Idyllic hut in a rural idyll

Idyllic hut in a rural idyll

I’ve been photographing an old grain store on the edge of Lewes as it becomes disabled-access accommodation, located right in the midst of the South Downs National Park. The South Downs Way, the footpath that spans the length of the Park for 100 miles from Winchester to Eastbourne, runs along the ridge in the background of this photo.

Next to the large agricultural building, a little dwelling has sprung up as well. I have been watching this shepherd’s hut take shape over the months and love the way it sits so prettily in its surroundings. On my most recent visit, the sun was low in the sky as evening approached, casting raking light across the site. This made it challenging to photograph but I was interested in the drama it created.

I had to align myself within the shadow of the hut and peer around it with my camera to catch the workmen. You can find more photographs of this lovely project here.

My talk went well at the Lewes History Group last week. I have another one coming up, this time at the Paddock Arts Studios (Paddock Lane, Lewes, BN7 1TW at 3pm). I will be speaking about my project documenting the transition of the old industrial Harvey’s Depot into a state-of-the-art cinema. If you are nearby on the 10th November, please join us.

If you have a building project, workplace or event that you are thinking of photographing, please get in touch.

How to make focaccia

How to make focaccia

After showing you how to pour concrete in my last newsletter, my lessons continue with Genovese focaccia, made the authentic way at Caccia & Tails, our new Italian deli in Lewes. Elisa, the owner, stretched the dough until it was translucent and draping like an opulent piece of fabric. This was a skilled process that I found fascinating to watch. Obviously my single photo cannot teach you the technique needed to try this at home but it may inspire you to ponder the craft of lovingly-made food.

More photographs from this shoot are here. Proof of my fascination with photographing workplaces can be found here. And this is where you can find a gallery of working portraits.

If you have a workplace, project or event that you are thinking of photographing, please get in touch. I deliver photographs that delve deeper than showing just the surface of things.

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A working portrait

A working portrait

I think I should set up a page on my website just for photographs of workers and builders because I find them continually interesting to shoot. This would not be about the specific locations they are working in, glamorous or not. It would be about the skill, the craft and the graft required to work in the building trades. I will let you know when I have set it up. In the meantime, this photo is a candidate for it. Set in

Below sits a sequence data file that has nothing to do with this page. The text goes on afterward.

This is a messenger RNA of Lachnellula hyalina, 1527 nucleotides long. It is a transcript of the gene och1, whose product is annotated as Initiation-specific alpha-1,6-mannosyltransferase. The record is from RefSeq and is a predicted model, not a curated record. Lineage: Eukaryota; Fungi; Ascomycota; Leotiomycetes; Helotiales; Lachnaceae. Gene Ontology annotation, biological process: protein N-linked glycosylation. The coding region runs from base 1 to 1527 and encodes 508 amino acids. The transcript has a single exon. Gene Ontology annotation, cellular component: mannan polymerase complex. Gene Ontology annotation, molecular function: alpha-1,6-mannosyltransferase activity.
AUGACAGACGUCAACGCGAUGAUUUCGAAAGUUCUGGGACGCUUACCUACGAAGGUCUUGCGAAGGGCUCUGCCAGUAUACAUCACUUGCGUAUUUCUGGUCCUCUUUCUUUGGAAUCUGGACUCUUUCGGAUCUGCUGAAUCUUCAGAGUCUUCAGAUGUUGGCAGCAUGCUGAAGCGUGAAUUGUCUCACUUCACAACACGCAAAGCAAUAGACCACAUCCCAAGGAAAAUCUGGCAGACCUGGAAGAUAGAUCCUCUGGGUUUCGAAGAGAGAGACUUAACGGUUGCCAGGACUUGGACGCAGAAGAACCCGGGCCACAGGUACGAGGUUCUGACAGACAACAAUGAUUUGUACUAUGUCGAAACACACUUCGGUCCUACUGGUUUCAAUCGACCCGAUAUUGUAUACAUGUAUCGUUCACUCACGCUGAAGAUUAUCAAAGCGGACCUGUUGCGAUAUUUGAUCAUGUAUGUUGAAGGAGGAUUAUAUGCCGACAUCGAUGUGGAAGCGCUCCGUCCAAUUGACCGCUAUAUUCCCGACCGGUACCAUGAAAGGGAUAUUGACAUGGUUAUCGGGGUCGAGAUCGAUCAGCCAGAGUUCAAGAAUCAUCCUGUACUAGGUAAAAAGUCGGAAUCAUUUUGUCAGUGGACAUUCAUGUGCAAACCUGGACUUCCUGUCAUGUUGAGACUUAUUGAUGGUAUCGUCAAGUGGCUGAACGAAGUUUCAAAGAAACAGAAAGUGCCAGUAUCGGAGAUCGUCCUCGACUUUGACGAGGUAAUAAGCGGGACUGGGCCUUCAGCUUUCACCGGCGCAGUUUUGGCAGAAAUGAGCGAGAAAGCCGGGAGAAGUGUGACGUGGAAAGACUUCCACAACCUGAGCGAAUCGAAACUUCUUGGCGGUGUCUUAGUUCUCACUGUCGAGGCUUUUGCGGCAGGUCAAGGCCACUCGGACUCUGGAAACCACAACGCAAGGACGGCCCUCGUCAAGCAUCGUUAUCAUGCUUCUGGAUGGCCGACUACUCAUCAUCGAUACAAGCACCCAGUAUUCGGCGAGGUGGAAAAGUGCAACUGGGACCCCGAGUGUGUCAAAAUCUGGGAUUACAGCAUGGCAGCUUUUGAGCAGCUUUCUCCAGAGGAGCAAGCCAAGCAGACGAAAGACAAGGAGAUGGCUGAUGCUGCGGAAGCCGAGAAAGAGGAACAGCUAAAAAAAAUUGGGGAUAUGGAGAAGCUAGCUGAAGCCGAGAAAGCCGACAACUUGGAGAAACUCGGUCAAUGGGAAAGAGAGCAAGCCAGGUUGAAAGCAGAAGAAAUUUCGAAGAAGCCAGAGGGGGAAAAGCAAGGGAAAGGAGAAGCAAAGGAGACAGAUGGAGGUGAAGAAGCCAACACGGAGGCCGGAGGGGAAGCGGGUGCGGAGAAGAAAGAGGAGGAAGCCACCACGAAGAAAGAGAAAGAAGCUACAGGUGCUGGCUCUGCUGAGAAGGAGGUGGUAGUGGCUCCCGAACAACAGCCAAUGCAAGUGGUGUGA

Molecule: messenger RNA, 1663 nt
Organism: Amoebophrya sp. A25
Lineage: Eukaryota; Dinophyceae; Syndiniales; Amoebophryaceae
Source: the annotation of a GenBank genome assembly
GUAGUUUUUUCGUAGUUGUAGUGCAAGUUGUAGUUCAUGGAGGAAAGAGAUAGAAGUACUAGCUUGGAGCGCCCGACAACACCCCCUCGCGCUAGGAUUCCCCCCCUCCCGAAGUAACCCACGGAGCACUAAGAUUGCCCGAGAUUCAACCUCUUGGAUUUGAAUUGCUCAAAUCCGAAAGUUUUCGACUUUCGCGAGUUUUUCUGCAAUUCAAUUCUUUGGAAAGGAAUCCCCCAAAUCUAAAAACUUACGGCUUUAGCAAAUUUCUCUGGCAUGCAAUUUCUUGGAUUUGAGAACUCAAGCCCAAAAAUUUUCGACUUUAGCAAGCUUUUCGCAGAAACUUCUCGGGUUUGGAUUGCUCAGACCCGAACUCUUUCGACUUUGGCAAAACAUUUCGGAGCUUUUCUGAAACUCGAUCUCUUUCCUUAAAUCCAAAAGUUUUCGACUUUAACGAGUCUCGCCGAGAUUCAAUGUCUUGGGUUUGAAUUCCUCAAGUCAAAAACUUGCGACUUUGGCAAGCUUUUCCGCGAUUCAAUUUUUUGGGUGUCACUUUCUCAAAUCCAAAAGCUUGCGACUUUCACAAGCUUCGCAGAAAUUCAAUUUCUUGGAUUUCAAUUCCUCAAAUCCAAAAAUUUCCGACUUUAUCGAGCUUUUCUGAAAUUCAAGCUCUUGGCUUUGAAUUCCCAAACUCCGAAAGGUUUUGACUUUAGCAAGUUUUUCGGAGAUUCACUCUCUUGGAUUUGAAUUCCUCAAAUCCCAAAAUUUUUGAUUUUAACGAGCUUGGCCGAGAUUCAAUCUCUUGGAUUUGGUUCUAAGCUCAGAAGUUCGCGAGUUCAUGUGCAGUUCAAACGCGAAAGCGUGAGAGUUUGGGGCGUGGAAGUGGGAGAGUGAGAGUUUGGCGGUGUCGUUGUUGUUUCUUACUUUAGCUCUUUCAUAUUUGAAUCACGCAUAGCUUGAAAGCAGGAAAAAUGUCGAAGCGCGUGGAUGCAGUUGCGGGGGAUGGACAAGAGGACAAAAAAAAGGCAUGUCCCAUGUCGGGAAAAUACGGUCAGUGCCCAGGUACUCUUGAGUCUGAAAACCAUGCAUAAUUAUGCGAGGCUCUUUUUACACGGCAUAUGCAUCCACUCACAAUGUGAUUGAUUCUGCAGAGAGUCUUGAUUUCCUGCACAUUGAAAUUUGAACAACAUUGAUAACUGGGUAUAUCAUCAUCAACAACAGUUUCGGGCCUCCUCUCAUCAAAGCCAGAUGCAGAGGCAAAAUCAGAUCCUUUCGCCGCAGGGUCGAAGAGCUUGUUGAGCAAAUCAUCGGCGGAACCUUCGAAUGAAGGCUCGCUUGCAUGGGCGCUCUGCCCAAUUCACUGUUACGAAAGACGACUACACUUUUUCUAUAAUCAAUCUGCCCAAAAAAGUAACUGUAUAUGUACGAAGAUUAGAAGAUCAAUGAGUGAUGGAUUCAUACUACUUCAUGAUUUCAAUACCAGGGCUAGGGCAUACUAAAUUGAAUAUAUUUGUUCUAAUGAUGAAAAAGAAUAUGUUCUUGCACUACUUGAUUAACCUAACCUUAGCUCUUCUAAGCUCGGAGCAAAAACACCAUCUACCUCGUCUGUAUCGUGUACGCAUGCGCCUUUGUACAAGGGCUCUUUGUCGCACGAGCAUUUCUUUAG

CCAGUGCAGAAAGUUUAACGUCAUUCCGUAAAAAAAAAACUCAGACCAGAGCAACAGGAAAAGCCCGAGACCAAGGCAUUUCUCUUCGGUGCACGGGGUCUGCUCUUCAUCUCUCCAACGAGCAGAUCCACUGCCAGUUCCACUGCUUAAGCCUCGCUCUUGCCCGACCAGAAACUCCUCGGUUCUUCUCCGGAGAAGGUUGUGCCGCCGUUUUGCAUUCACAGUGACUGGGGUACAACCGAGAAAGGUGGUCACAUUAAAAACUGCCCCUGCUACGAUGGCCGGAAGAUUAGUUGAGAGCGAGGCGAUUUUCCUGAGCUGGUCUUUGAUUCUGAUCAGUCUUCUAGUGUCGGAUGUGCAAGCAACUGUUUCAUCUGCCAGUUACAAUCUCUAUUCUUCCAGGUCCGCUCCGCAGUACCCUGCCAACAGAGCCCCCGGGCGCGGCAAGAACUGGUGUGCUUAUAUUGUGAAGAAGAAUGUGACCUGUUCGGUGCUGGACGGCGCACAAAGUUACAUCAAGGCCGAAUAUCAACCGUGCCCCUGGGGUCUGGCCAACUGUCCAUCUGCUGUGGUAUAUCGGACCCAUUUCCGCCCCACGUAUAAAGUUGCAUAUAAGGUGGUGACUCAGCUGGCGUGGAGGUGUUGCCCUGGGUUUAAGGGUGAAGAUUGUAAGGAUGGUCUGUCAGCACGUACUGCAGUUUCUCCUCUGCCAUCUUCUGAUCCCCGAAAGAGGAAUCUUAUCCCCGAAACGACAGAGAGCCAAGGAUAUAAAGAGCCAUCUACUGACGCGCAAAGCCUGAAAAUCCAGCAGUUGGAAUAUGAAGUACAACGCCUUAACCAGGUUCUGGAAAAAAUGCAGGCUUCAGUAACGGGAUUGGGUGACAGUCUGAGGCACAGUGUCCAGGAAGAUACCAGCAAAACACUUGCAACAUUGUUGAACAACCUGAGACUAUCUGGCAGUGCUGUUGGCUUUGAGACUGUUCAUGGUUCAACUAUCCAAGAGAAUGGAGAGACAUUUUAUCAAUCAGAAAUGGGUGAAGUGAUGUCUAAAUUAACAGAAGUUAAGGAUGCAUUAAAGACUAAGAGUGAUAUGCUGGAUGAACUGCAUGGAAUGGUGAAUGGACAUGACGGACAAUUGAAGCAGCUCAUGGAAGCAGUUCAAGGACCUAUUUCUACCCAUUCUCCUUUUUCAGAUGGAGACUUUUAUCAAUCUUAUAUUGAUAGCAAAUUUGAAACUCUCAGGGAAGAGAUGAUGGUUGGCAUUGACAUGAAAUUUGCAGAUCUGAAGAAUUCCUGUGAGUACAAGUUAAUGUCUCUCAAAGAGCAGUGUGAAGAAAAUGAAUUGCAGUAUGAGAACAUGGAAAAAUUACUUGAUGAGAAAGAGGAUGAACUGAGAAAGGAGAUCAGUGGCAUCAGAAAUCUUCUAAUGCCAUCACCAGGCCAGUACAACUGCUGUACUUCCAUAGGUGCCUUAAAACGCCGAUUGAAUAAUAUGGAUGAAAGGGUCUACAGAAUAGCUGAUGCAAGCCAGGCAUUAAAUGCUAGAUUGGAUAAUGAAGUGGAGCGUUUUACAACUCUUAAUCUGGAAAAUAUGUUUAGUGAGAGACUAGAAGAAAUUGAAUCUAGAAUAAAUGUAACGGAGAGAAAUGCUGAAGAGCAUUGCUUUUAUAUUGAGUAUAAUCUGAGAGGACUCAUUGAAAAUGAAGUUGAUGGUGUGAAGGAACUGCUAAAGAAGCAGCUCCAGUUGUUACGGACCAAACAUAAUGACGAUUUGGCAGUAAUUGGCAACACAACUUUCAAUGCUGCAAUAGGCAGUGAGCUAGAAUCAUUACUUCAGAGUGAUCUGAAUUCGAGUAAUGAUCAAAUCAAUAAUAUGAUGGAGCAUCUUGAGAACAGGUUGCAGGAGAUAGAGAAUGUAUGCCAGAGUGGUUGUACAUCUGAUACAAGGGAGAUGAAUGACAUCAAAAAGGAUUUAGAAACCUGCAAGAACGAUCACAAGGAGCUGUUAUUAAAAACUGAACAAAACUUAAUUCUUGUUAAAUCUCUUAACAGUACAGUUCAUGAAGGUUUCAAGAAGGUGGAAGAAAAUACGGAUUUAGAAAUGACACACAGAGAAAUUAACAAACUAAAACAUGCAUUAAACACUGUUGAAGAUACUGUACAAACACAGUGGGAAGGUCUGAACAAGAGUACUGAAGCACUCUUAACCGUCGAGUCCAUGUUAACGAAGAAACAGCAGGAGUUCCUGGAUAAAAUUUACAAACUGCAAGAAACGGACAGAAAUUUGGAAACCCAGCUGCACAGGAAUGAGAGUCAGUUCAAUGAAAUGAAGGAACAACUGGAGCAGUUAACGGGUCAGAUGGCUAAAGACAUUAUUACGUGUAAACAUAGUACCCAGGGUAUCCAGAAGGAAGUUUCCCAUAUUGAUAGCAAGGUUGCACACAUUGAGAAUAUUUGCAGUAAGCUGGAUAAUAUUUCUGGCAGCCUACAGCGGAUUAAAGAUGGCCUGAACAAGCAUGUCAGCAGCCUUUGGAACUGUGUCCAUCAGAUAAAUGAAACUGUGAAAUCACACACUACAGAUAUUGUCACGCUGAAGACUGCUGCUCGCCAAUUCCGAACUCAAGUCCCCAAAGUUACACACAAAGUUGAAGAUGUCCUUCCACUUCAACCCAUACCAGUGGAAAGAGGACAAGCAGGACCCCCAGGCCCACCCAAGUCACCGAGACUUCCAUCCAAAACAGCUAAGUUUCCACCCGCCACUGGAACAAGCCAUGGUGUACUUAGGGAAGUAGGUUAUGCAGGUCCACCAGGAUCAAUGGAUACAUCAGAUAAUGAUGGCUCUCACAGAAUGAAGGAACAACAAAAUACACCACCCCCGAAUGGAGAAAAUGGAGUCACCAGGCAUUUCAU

an old cellar in Lewes, the single light casts soft shadows across a room filled with the warm browns of old wood and the cool blue of new plasterboard. Often I am rushing to catch photographs of extreme action on building sites, but here is a different energy of concentration and focus. Until I set up this new gallery page, you can find many photographs of builders working on site in my architectural documentary photographs and more working portraits here.

Crazy red light of Lewes Bonfire

Crazy red light of Lewes Bonfire

After three years as an official photographer for one of Lewes’s Bonfire societies, this year I had intended to experience the celebrations as a spectator. At the last minute I grabbed my camera bag. I couldn’t stop myself. It is hard to resist photographing the extraordinary spectacle of Lewes Bonfire, though the lighting conditions are extreme, to say the least, as is the challenge of dodging exploding bangers. The one disappointment is that a still image can never capture

the overwhelming smells and sounds of the experience. For the full impact you need to be standing in the crush of Lewes High Street as hundreds of wildly, crazily-dressed people stream by holding flaming torches and setting explosives alight. For those of you who have never been here on the 5th of November, I offer this photograph as a mere hint of the full-body experience of the night itself. More photographs of Lewes Bonfire can be found here.

Lewes Bonfire

Lewes Bonfire

Tomorrow our small town of Lewes commemorates Guy Fawkes night with a Bonfire celebration of epic proportions. (When the 5th falls on a Sunday, the festivities take place on the 4th.) This is one of my favourite photos of the event.

I love the conspiratorial relationship between Soldier and Death and find myself pondering what whispered conversation could be taking place. Can a Soldier bargain with Death? Anyone fancy writing the dialogue? More of my Bonfire photos can be found here.

The flower bus has arrived

The flower bus has arrived

A bus made of flowers. To me, a lover of both flowers and public transport, this is a perfect combination! A scaled replica of a double decker bus covered in real flowers was wheeled into the centre of Lewes one Friday morning – in the middle of the road, along with other traffic, of course. The wooden structure was constructed off

site, followed by a labour-intensive two days of work by florists Katie and Becky before the flower bus was ready to roll. I could not resist photographing this quirky, colourful project. You can see more photographs of celebrations here. The bus was commissioned by our local bus company as part of the Lewes Artwave Festival of artists and makers.

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